Dams in the United States

Caitlin Dempsey

Updated:

All 50 states in the United States have rivers with dams on them. A dam is a barrier built across a river or a stream that restricts the flow of water.

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Dams are constructed for a variety of reasons varying from hydropower to creating reservoirs for the storage of water for agricultural, residential, and industrial purposes.

How many dams are there in the United States?

The U.S. Army Corps of Engineers (USACE) maintains an inventory of the location and state of dams in the United States. Known as the National Inventory of Dams (NID), this database contains information about each dam including its geographic location, who owns the dam, the type of dam, and its age.

There are, at last count, 91,757 dams in the United States (including Guam and Puerto Rico). Of those dams, almost 65% are private (a total of 59,600). 18,442 are owned by local governments, 6,690 are owned by state governments, and 3,432 are federally owned.

A map of the United States with the location of dams shown as small orange circles.  The surrounding ocean is light blue.
A map of the distribution of dams in the United States. Map: Caitlin Dempsey, Data: National Inventory of Dams, U.S. Army Corps of Engineers.

70% of the country’s dams are regulated by state governments and another 6% are regulated at the federal level. The average age of dams in the United States is 60 years.

Only three percent of dams in the United States have hydropower. Most of the largest hydropower dams are located in the western United States.

Which states have the most dams?

According to the National Inventory of Dams (as of November 3, 2022), there are currently 91,720 total in the 50 states (there is also one dam listed for Guam and 36 dams for Puerto Rico).

Texas is the state with the most dams with 7,352 dams. That means 8% of all the dams in the United States are located in Texas.

Kansas has the second largest amount of dams with 6,456 followed by Mississippi with 6,114 dams.

Georgia (5,455) and Missouri round out the top five states with the most dams.

Which states have the least dams?

The state of Delaware has the least dams with 83, followed by Alaska with 110 dams.

Table: number of dams per state

StateTotal Number of Dams
Alabama2,266 
Alaska110 
Arizona375 
Arkansas1,266 
California1,526 
Colorado1,974 
Connecticut844 
Delaware83 
Florida993 
Georgia5,455 
Guam
Hawaii129 
Idaho409 
Illinois1,639 
Indiana1,092 
Iowa4,054 
Kansas6,456 
Kentucky1,089 
Louisiana685 
Maine584 
Maryland425 
Massachusetts1,327 
Michigan1,047 
Minnesota1,205 
Mississippi6,114 
Missouri5,366 
Montana3,005 
Nebraska2,938 
Nevada508 
New Hampshire653 
New Jersey828 
New Mexico401 
New York1,915 
North Carolina3,513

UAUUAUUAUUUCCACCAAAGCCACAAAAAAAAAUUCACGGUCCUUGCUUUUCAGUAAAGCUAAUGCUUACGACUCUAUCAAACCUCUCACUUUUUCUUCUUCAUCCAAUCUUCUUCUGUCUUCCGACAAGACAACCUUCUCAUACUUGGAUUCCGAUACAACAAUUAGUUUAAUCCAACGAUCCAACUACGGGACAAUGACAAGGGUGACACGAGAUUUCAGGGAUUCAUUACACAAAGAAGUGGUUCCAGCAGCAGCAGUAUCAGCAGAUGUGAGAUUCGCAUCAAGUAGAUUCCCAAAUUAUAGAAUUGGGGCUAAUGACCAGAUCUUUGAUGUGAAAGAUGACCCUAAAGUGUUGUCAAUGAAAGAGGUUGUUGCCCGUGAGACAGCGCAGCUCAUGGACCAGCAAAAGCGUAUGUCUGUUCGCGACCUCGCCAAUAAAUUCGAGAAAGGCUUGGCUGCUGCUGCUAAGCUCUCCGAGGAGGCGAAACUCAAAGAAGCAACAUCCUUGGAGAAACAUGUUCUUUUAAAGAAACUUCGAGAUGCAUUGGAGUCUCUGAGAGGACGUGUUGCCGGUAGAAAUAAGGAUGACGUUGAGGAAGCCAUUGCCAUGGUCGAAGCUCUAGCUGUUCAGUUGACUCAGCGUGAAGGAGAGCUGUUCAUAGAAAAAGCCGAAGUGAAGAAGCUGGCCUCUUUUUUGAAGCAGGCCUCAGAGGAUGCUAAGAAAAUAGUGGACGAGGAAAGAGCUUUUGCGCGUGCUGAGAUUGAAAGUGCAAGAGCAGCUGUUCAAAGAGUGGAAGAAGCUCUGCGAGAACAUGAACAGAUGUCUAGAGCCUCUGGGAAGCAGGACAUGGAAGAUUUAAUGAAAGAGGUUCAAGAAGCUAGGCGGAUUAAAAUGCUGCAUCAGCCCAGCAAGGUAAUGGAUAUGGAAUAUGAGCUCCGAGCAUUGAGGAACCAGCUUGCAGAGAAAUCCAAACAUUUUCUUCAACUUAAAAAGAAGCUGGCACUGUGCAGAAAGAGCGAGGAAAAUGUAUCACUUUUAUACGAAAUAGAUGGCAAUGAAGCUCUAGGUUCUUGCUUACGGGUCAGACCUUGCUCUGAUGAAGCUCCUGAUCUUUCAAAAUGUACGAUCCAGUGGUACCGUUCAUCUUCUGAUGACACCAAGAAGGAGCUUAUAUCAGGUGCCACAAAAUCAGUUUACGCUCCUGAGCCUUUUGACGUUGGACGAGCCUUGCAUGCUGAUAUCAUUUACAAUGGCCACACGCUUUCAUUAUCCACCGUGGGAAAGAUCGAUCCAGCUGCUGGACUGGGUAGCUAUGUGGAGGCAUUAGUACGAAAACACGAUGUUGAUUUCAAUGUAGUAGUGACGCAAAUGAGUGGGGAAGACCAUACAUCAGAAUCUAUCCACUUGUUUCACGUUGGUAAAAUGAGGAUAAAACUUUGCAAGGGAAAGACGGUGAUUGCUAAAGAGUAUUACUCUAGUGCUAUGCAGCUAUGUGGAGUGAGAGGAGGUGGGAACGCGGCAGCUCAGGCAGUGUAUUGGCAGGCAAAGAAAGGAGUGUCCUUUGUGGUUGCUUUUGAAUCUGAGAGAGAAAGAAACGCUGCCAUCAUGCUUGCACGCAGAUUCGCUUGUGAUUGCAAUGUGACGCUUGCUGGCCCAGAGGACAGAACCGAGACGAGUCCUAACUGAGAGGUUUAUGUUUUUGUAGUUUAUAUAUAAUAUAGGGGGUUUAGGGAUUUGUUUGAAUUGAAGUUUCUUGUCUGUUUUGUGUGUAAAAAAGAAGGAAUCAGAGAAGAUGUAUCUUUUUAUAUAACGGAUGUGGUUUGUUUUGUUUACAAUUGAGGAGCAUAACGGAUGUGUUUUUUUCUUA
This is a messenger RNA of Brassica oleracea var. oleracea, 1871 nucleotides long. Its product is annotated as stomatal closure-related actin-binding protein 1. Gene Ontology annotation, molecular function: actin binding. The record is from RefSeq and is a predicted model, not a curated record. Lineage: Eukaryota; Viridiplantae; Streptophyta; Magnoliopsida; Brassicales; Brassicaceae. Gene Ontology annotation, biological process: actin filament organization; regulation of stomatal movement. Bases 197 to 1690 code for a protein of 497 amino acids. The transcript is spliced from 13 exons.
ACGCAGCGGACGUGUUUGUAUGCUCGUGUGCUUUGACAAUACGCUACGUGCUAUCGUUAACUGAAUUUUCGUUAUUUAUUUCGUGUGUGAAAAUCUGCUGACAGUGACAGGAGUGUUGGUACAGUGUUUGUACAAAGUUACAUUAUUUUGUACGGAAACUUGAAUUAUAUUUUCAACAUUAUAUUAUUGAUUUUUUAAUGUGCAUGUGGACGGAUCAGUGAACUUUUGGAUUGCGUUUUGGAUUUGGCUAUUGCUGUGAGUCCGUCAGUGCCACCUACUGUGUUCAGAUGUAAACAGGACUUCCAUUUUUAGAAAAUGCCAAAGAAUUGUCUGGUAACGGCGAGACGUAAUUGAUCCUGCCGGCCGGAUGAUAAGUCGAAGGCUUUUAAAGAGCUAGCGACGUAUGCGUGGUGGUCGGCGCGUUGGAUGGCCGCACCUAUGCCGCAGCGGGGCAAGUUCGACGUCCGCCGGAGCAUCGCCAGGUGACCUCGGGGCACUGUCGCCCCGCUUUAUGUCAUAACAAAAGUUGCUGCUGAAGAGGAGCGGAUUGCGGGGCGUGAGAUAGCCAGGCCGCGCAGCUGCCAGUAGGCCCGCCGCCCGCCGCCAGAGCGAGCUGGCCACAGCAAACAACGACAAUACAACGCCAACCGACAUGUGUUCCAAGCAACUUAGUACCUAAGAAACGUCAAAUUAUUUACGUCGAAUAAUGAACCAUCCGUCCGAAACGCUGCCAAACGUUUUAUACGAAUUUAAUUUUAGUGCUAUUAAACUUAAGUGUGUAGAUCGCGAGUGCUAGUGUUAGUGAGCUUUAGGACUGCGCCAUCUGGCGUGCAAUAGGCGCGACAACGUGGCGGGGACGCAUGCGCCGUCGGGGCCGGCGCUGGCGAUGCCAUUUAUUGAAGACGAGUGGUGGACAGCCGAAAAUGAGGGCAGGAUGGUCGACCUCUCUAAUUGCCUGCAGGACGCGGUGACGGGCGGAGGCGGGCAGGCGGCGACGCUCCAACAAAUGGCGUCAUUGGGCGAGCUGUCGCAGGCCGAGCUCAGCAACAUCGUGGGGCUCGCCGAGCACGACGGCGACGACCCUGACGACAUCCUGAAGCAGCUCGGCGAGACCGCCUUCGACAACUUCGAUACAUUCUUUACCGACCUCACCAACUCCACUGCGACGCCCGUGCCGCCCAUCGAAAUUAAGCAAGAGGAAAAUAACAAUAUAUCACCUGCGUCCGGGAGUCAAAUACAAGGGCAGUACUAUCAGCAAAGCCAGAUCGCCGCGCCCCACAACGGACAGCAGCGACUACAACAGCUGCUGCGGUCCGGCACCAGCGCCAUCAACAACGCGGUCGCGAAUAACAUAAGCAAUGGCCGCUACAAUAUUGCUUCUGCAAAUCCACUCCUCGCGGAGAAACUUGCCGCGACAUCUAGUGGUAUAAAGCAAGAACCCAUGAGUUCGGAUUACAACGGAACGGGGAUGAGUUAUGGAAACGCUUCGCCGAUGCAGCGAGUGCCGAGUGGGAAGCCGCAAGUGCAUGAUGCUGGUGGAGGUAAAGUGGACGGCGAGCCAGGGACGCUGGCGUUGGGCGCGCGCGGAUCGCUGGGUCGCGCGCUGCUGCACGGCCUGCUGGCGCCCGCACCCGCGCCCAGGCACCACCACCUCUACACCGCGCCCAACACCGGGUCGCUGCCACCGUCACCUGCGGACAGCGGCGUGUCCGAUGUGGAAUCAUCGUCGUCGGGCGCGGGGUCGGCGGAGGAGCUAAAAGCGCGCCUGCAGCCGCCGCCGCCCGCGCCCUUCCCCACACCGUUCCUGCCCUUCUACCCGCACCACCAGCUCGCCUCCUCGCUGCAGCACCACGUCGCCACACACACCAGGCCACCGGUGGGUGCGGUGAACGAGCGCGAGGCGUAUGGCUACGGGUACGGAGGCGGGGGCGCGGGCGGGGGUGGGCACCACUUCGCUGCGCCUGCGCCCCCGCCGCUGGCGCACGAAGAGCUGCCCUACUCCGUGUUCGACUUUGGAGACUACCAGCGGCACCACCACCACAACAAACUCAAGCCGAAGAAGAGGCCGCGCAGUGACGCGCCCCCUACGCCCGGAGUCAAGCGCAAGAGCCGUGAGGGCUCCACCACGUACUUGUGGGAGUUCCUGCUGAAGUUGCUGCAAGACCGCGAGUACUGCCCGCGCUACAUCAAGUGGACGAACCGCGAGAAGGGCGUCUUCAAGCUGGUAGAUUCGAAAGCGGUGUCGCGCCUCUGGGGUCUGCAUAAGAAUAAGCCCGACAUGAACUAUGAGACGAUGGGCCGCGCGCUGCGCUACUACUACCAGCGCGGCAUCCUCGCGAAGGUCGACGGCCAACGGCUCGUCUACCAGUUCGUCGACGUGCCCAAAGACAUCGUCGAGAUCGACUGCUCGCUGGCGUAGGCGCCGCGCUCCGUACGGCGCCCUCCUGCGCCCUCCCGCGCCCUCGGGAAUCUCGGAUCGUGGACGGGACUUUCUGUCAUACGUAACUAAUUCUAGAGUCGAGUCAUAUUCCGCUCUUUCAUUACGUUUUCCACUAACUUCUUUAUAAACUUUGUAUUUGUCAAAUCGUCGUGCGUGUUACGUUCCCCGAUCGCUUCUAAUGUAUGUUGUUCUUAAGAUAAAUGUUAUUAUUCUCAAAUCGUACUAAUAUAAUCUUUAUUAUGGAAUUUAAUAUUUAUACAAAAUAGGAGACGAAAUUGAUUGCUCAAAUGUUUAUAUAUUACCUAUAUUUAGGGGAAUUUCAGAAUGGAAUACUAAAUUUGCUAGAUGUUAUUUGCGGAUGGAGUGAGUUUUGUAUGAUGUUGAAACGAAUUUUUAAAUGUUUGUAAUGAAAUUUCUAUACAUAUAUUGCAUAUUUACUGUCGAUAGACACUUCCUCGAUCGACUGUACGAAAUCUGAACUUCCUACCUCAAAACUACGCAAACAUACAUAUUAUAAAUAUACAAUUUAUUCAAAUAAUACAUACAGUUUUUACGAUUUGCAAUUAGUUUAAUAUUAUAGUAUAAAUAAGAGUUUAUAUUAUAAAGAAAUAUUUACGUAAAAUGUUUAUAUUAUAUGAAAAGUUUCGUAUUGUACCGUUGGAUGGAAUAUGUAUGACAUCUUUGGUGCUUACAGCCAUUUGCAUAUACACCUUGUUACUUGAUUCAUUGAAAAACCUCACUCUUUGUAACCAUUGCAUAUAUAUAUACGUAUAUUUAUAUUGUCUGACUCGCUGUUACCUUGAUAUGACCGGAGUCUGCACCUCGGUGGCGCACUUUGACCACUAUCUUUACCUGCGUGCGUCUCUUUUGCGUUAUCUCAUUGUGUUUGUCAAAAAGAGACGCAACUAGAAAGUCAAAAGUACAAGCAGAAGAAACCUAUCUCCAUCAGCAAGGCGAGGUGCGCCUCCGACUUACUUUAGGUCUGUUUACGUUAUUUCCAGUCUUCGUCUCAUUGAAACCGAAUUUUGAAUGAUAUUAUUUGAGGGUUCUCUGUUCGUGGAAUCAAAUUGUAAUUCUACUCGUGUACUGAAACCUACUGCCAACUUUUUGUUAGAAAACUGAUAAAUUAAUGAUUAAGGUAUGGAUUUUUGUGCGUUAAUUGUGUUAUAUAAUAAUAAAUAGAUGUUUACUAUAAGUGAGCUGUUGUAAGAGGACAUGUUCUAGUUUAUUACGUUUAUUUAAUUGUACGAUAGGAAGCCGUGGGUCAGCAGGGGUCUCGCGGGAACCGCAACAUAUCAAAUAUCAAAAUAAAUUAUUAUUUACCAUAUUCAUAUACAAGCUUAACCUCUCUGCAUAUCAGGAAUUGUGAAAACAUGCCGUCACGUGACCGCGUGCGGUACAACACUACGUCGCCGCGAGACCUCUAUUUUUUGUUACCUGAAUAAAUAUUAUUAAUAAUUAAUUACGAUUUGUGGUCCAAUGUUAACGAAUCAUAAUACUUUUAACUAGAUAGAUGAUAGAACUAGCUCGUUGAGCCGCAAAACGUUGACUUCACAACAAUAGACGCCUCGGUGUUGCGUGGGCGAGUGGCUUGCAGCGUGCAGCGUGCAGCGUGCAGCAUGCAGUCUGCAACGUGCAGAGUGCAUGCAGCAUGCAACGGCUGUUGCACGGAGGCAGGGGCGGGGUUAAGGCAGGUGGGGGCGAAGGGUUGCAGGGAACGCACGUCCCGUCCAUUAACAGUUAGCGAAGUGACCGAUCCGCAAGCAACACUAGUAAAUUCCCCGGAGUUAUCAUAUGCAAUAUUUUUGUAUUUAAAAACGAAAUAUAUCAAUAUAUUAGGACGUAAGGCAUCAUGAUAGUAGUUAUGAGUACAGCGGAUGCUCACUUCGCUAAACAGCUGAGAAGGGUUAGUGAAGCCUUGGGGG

North Dakota959 
Ohio1,391 
Oklahoma5,021 
Oregon887 
Pennsylvania1,493 
Puerto Rico36 
Rhode Island235 
South Carolina2,410 
South Dakota2,572 
Tennessee1,238 
Texas7,352 
Utah852 
Vermont371 
Virginia2,758 
Washington823 
West Virginia561 
Wisconsin1,000 
Wyoming1,523 
Total91,757 
Source: National Inventory of Dams, U.S. Army Corps of Engineers, November 3, 2022

Tile grid map of the number of dams by state

This tile grid map visualizes the number of dams for each U.S. state.

A map with each of the states as a square showing the number of dams per state. Texas, which has the most is shaded dark blue and states with the least are light green.
A tile grid map visualizing the number of dams per state. States with the highest number of dams are dark blue and states with the light number of dams are light green. Map: Caitlin Dempsey.

Tallest dam in the United States

With a height of 770 feet (235 meters) the Oroville Dam located in the Sierra Nevada foothills in the Sacramento Valley is the tallest dam in the United States.

An embankment dam, Oroville Dam was completed in 1968 by the California Department of Water Resources. The dam is used for hydroelectric power, flood control, and impounds Lake Oroville which is California’s second largest water reservoir.

Related: California’s Drought is Driving Reservoirs to Near Historic Lows in 2021

Side by side satellite images showing the water level in Lake Oroville between June 2019 (left) and June 2021 (right).
Side by side satellite images showing the water level in Lake Oroville between June 2019 (left) and June 2021 (right). Images: NASA, Landsat.

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About the author
Caitlin Dempsey
Caitlin Dempsey is the editor of Geography Realm and holds a master's degree in Geography from UCLA as well as a Master of Library and Information Science (MLIS) from SJSU.

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